The long-anticipated Memorandum of Understanding between the state attorneys general and the CFPB to address information sharing seems to have hit a snag. It has been reported that a group of Republican state AGs have refused to  sign the MOU and that, to date, AGs from only 12 states (11 of whom are Democrats) have signed the MOU.   

The same report indicates that Republican state AGs from Oklahoma, South Carolina, Michigan and Kansas are planning to join a lawsuit that was filed this past June in federal court in Washington, D.C. challenging the constitutionality of Dodd-Frank.  The plaintiffs in that lawsuit are State National Bank of Big Spring, Texas and two non-profit organizations in the metropolitan Washington, D.C. area.

The CFPB and the FTC recently released their long-awaited Memorandum of Understanding (MOU), outlining how they plan to work together on non-bank enforcement, rulemaking and research in the consumer financial services market.  For non-banks subject to the CFPB’s jurisdiction, there is plenty of cause for concern in the MOU, principally arising from the sharing of information between the two agencies.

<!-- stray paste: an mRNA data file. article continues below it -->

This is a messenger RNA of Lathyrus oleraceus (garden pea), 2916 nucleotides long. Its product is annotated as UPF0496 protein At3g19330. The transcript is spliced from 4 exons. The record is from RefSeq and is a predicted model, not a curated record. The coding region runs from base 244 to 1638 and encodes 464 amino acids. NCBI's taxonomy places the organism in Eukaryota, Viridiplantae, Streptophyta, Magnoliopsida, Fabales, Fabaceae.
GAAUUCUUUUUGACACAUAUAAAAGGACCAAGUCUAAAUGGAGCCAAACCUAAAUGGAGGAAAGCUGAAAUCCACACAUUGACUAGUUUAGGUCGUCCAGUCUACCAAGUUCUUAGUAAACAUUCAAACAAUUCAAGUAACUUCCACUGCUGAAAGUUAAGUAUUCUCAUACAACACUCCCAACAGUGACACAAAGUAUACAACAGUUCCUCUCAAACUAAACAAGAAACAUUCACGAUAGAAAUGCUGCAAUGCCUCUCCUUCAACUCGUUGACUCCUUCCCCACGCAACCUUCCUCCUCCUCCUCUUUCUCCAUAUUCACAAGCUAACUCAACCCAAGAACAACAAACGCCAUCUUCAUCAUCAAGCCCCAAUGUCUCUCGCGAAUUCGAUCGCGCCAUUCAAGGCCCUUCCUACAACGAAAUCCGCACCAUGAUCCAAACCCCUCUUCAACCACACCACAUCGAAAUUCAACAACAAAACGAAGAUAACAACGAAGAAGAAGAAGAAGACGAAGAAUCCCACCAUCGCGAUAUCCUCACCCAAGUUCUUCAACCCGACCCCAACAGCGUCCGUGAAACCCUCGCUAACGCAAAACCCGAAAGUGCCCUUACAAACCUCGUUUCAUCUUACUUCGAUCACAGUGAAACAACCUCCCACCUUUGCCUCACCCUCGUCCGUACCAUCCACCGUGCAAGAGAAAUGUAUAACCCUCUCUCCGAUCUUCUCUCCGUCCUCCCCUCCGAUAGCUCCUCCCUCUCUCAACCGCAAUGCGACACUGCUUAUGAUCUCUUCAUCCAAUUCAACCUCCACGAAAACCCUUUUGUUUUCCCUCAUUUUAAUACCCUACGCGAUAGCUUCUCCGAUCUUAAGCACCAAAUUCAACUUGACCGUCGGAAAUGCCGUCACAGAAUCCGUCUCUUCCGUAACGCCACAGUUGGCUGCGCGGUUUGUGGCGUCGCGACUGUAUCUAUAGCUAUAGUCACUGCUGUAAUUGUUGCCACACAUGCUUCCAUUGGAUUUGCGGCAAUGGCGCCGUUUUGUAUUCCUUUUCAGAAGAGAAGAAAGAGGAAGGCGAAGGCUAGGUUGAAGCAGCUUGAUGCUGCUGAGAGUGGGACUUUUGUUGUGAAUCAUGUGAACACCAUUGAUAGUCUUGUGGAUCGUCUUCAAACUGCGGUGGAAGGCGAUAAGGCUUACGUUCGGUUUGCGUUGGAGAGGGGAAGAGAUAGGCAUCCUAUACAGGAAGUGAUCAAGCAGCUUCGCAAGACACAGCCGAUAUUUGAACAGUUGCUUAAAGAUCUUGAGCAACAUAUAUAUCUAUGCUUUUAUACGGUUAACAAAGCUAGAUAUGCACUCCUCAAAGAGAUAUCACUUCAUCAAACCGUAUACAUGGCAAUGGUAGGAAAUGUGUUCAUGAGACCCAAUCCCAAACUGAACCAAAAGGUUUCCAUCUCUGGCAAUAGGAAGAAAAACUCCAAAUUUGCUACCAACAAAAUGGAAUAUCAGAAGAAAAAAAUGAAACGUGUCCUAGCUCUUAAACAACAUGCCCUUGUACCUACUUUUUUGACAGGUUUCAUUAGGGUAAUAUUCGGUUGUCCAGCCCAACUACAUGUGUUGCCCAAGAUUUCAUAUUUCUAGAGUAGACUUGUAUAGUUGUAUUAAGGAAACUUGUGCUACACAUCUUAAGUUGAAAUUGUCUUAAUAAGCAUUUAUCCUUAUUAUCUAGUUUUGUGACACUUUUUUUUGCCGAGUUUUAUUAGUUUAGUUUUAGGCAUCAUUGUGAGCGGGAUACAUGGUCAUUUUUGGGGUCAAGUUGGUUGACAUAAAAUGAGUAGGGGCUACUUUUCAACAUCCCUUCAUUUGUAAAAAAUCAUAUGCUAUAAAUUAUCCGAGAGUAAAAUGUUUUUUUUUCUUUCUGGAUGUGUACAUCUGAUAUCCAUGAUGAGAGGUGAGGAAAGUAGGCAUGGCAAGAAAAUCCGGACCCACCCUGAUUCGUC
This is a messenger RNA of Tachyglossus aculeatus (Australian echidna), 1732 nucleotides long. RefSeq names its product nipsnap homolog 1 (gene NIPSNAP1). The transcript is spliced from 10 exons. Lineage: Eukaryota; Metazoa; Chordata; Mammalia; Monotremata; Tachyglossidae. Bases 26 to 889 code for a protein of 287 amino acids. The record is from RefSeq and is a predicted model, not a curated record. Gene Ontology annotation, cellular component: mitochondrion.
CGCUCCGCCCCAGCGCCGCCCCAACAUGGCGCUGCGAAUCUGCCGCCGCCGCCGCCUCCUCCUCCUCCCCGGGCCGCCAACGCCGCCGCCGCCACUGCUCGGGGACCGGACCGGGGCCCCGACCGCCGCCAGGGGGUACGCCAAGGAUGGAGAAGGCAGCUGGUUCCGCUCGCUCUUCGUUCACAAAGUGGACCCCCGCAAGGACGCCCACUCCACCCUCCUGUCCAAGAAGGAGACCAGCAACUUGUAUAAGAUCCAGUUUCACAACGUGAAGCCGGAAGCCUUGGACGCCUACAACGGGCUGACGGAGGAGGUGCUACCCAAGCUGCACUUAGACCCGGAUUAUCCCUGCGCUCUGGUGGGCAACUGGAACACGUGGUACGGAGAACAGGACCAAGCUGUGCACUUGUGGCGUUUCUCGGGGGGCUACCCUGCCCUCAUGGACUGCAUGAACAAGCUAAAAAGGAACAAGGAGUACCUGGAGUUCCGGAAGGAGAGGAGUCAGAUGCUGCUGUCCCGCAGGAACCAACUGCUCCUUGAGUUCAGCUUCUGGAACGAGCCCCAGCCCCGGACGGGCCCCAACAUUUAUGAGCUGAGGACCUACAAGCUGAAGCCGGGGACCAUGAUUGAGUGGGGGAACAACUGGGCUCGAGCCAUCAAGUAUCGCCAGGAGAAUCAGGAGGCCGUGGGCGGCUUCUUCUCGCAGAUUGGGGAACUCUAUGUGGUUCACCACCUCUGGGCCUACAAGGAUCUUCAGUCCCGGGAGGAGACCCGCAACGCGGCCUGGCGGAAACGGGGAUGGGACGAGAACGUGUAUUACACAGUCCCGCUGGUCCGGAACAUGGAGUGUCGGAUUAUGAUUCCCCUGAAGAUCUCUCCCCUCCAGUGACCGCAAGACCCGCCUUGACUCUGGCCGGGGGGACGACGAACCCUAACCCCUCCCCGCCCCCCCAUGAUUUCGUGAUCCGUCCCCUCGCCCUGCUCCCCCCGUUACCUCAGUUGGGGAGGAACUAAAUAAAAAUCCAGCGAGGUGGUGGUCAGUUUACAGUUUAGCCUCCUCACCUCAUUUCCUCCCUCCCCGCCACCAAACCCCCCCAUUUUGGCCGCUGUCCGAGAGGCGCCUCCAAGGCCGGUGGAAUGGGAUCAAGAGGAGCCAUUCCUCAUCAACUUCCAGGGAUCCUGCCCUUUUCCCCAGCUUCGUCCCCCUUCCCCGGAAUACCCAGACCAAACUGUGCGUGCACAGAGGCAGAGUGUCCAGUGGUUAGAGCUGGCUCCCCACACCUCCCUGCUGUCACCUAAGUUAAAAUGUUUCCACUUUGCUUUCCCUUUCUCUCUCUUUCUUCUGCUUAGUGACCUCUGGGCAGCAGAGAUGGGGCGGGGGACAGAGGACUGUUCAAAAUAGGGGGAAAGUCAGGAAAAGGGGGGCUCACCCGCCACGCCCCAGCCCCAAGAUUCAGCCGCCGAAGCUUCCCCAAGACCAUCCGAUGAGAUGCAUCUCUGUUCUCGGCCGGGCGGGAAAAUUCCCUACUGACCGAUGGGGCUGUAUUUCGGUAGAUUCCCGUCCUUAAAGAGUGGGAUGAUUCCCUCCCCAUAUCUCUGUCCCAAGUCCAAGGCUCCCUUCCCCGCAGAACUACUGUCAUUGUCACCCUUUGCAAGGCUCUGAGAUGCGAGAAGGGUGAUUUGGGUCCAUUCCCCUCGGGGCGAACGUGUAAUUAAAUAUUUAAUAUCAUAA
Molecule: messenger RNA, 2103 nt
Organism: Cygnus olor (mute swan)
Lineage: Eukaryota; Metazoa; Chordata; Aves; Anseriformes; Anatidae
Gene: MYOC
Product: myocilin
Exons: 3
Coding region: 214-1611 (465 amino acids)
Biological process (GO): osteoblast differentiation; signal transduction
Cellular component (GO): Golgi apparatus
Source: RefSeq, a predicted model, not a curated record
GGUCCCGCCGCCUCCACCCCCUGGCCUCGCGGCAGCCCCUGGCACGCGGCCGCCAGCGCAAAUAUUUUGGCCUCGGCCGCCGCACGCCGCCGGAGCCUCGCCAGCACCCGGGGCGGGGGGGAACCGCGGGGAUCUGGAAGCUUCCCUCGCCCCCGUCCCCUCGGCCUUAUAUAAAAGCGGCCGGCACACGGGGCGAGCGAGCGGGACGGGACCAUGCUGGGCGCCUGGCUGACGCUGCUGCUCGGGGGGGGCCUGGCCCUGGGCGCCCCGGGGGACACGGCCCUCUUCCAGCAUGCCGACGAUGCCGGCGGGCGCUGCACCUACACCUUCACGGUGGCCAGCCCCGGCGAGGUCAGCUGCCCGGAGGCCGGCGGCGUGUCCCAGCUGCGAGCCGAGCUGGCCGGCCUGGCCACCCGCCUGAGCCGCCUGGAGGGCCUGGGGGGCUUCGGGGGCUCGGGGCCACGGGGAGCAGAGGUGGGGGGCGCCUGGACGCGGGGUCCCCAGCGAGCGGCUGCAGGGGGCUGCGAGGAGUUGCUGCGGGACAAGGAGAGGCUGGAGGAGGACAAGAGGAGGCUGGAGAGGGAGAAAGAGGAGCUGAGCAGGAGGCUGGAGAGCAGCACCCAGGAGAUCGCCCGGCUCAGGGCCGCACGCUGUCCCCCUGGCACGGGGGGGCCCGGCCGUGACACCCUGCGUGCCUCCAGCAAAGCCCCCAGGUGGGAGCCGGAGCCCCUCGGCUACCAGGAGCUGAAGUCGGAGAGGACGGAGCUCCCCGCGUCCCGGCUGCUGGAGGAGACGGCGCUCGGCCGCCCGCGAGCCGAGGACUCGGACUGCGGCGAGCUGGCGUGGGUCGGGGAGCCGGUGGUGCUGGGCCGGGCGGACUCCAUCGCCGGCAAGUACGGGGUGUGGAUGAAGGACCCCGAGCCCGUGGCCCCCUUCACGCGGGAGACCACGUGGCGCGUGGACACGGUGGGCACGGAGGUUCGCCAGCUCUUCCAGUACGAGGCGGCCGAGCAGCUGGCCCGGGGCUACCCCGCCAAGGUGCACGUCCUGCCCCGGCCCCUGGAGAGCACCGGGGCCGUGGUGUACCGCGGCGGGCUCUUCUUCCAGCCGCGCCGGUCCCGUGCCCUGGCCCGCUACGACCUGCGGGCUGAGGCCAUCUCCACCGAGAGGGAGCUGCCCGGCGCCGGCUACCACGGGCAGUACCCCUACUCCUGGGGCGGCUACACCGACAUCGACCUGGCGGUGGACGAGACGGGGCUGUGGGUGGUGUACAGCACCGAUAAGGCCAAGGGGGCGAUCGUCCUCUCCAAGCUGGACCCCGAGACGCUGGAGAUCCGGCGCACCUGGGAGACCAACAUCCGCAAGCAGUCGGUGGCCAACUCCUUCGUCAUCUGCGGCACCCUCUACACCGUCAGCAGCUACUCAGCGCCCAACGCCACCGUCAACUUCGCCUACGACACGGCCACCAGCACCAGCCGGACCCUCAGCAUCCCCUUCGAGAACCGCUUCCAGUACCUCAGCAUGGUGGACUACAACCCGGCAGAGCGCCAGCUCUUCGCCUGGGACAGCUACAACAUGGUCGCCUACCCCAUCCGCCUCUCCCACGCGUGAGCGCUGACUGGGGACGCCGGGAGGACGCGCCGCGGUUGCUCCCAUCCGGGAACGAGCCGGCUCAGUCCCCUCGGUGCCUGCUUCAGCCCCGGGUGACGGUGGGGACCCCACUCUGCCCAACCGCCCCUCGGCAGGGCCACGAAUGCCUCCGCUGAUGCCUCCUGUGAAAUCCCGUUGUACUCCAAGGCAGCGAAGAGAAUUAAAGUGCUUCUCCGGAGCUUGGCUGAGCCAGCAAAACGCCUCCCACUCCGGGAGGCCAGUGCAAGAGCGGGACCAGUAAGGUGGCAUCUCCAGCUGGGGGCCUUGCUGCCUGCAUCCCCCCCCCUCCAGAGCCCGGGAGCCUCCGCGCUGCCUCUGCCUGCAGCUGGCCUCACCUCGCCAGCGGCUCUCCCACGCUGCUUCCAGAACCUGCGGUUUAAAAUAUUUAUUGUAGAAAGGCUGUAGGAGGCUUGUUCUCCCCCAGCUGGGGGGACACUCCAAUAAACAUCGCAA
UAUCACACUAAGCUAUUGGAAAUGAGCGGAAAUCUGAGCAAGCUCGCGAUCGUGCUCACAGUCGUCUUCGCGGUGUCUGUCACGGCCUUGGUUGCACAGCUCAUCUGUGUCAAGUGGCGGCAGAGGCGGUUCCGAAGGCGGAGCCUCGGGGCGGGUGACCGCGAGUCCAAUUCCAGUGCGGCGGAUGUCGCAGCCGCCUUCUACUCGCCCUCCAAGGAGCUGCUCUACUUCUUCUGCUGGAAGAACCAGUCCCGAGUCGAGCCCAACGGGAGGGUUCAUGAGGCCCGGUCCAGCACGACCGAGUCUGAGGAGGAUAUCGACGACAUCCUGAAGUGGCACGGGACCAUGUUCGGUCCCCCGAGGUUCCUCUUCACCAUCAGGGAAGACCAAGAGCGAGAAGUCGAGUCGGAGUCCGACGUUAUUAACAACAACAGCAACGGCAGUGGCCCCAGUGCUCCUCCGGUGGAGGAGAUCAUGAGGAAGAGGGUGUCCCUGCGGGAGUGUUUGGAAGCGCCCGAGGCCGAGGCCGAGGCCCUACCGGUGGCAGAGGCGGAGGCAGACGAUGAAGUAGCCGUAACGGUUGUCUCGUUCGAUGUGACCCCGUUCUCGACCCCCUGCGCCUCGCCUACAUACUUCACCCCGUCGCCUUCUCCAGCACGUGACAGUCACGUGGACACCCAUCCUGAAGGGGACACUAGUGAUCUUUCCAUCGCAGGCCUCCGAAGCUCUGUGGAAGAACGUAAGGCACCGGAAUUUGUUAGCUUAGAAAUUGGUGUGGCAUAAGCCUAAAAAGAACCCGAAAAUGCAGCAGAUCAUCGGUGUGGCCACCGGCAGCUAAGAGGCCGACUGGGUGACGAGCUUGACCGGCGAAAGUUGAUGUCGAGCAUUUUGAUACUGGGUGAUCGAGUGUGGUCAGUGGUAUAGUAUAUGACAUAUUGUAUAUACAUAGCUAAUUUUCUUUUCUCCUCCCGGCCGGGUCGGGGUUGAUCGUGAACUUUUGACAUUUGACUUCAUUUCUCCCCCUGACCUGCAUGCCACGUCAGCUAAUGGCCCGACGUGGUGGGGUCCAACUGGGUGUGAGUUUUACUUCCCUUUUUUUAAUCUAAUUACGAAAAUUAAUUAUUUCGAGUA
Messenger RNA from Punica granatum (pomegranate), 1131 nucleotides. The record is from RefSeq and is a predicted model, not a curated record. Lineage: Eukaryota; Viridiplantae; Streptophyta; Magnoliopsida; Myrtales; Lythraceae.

Most of the MOU is unremarkable.  The two agencies have agreed to consult with each other about investigations, enforcement actions, settlements, proposed new rules, and research projects.  In general, the MOU highlights the desire of the two agencies not to get in each other’s way with regard to these activities, and not to investigate or sue the same target at the same time. 

Where it gets worrisome is when the MOU turns to the subject of information sharing.  In particular, the CFPB has agreed that it “shall,” on request from the FTC, provide examination reports from its supervision of non-banks to the FTC.  Moreover, if the FTC requests any “Confidential Supervision Material” — which means information provided by a non-bank to the Bureau during an examination — the CFPB will provide it, unless it decides it has “good cause not to do so.”